Captain America shouldn’t have worked. He was an outdated hero for many years of his comic book run. He definitely should not have connected with audiences on the big screen. The mainstream perception was that the character was too hokey, too tied into World War II, too old fashioned in the worst ways. It took the faith of a team of talented creators, who ultimately convinced the perfect actor with the perfect teeth to make this happen.
Golden Era Issues
Captain America’s beginnings are far from the MCU lynchpin’s current ideation. His Golden Age era was full of the trappings of 1940s comic books. Nazis bad and punchable? Yes! Japanese stereotypes? NO, THANK YOU, comics! His tie to a specific era meant he was never a hero for a more modern age, until he was discovered under the ice in The Avengers comics. But even then, modern audiences felt like he was a little too corny to be cool. How did the MCU, which made its name on cool, make an anachronism feel like he belongs today?
“To be honest with you, that Golden Age Captain America never really appealed to us,” said Anthony Russo in an interview with the Hollywood Reporter.
Truth, Justice and the American way sounds like the perfect path for a super person, especially a blond-haired, blue-eyed boy. Even before his brolic transformation, Rogers is all of those things and none of them. He was born in Brooklyn. The pre-gentrification parts. He’s smaller than most. Ready to defend those who could not defend themselves. And obviously, he went through the Super Soldier Serum tests. But those only tested his brute strength, not his character. How do you make this very olden-time origin story something that modern audiences can relate to?
“I … was meh about Captain America, but some of the best drama came in the Captain America movies.” — Fandom community member Fandyllic
Flesh and Blood
“That’s the kind of thing that can get really melodramatic and overearnest if you’re not careful,” said Captain America: The First Avenger director Joe Johnston. “But Chris handled it perfectly, shading it just right, translating the comic character into flesh and blood.”
A savvy audience has zero interest in a version of Captain America who is, as Chris Evans called him “a real piece of cardboard.”
Evans remembers thinking. “How do I make this guy someone you want to watch? I don’t get jokes. I’m not Wolverine. I don’t have dead parents, like Batman. I’m just, like, ‘Hi, I’ll walk your dog. I’ll help you move’.”
To tackle that, the writers and Chris Evans put less emphasis on the patriotism, instead focusing on the core of Steve Rogers. Sure, he’s wearing the flag, but what’s most important are his values. As Evans once said at a roundtable discussion for Captain America: The First Avenger, “[He] could be called Captain Good, he just happens to be from America.”
We see those values repeated in each movie. Captain America: The First Avenger shows pre-super soldier serum Steve jump on what proved to be a dummy grenade to protect those around him. In The Winter Soldier, when trapped in an elevator, he offers the Hydra agents about to ambush him a chance to leave without being hurt. He doesn’t back down, whether it’s the Sokovia Accords in Captain America: Civil War or Thanos’s invading army when he’s briefly the only Avenger left standing in Endgame.
He’s not perfect, though. He causes more harm than good by keeping the truth of Tony’s parents’ death a secret to protect Bucky. And In The Avengers and Avengers: Age of Ultron, he comes off a little stiff, especially when it comes to others’ use of bad language. Thankfully, he and Tony repair their relationship, and by the time he sees his past self in Endgame, he seems to have put bad language into perspective. The only “S-word” that bothers him now is the word “Snap”.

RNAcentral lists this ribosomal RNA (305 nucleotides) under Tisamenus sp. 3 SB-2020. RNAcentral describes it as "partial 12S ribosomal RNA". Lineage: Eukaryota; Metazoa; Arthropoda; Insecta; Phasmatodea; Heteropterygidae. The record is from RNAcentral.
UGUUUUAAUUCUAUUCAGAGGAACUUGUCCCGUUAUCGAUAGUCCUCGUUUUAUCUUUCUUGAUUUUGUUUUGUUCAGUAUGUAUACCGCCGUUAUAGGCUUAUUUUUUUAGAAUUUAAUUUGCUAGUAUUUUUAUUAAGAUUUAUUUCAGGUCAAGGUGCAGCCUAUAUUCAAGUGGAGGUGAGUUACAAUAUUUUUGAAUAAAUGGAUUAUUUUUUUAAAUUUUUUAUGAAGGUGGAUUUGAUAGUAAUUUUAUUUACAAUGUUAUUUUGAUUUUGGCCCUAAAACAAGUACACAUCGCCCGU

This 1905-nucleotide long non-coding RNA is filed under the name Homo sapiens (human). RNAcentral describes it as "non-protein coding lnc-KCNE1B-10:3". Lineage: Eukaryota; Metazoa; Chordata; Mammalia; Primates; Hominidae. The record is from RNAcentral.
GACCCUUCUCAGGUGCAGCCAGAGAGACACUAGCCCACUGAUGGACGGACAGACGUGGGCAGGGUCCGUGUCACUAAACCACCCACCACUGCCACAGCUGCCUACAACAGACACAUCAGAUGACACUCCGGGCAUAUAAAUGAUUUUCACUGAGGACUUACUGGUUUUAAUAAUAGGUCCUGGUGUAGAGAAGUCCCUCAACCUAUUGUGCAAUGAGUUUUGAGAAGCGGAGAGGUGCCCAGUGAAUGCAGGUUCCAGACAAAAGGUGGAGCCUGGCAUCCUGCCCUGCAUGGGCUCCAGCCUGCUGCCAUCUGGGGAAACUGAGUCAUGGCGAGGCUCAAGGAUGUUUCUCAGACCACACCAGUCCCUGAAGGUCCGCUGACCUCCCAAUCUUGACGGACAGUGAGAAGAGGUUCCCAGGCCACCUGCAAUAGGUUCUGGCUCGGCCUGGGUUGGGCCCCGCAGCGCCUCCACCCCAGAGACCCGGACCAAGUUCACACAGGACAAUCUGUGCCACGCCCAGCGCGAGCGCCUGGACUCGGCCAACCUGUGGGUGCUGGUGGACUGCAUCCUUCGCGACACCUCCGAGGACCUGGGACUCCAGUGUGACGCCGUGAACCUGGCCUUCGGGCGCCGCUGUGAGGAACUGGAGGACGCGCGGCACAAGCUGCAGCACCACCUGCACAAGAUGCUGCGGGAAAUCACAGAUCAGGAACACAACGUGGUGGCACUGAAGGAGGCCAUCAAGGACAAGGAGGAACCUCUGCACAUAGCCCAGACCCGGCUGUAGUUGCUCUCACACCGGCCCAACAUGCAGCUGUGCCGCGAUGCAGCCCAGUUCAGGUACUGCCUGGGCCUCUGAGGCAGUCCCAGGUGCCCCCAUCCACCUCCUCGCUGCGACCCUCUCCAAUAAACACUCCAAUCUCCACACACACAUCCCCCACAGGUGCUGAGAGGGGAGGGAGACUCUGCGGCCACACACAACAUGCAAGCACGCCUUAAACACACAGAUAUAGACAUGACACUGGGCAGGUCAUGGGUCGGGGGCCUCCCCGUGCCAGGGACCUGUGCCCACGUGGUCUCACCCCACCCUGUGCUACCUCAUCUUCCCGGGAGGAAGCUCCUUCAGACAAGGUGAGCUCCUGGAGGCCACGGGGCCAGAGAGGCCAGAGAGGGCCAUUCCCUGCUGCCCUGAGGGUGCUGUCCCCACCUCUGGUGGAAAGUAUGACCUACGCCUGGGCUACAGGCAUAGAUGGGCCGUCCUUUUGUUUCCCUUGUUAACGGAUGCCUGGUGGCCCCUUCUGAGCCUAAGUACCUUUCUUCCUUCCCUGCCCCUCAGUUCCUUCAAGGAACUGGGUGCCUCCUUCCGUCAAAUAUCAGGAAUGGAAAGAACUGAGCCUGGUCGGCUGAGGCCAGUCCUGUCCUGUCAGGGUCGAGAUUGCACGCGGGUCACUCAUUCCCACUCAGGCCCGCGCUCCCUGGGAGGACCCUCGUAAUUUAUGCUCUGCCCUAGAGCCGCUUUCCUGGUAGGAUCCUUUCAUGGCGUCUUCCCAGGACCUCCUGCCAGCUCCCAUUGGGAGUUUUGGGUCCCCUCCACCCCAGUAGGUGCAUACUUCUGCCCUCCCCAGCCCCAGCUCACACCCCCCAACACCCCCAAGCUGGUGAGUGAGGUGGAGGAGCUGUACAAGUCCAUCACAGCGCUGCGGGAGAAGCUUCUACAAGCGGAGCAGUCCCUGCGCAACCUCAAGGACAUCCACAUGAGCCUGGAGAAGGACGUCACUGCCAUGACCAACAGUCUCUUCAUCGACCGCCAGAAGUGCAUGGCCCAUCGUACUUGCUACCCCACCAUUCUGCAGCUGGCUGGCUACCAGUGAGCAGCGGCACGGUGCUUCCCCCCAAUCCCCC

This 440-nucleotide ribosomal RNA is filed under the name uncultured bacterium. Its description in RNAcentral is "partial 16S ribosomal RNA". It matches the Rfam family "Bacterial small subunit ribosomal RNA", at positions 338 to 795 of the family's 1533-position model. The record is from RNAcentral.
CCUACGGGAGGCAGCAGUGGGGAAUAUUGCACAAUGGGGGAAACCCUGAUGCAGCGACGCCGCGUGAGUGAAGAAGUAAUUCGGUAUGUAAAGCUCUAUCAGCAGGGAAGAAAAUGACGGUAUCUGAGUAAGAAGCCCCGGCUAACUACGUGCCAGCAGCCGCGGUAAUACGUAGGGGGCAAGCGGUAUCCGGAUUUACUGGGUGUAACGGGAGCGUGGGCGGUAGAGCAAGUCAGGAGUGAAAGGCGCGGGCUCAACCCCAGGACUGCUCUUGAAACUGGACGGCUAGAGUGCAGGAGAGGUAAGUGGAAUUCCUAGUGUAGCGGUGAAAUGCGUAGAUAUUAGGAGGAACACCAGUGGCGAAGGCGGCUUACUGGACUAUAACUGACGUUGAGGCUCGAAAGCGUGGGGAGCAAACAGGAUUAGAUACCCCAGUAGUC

“Cap had always had a special place in my heart … To be a man out of time by multiple generations, having to cope with the culture shock, the realization that everyone you knew and cared for is long dead and to still be able to smile and have optimism … I would argue Cap’s real superpower is his ability to always make people want to be better, do more, to rise, to stand, and always push themselves to be greater.” — Fandom Marvel Database community member JWCoombs
Good Casting Call
Under all of that goodness, there has to be someone who can embody it. Evans is more than a pretty face, he’s a gifted actor who is truly gentle and thoughtful. His coworkers aren’t shy when it comes to describing what makes him the perfect fit for Steve Rogers. As Robert Downey Jr. told The Hollywood Reporter, “At the root of it, he has true humility. I think it’s the reason he was able to kind of come to the front and be our team leader in the Avengers.”
Director Joe Russo described him to Esquire as “a very technically gifted actor, and he uses those skills to bring a nuance and subtlety to the role of Captain America. For us, it’s so important in big spectacle movies to also be doing sensitive, smart character work. Chris nails that blend.”
Scarlett Johansson came up with Evans as young actors in Hollywood. Speaking with American Way, she said, “Chris always knew how to hang back and underplay things. It’s a quality that keeps him fresh, unexpectedly so. That unusual quality, plus his perfect looks, make him stand out far from the average ‘leading man’ type.”
It speaks to what Captain America means to audiences that his decision to go back and live a life with Peggy Carter at the end of Endgame was divisive. For some, it felt like he was selfishly abandoning the Avengers. That kind of backlash only happens when fans love a character so much that they feel a sense of ownership over them. But whether you agree or disagree with how his story ended, had it not been for the great work put in by the creative teams and Chris Evans to make Captain America the character he is, no one would have cared either way.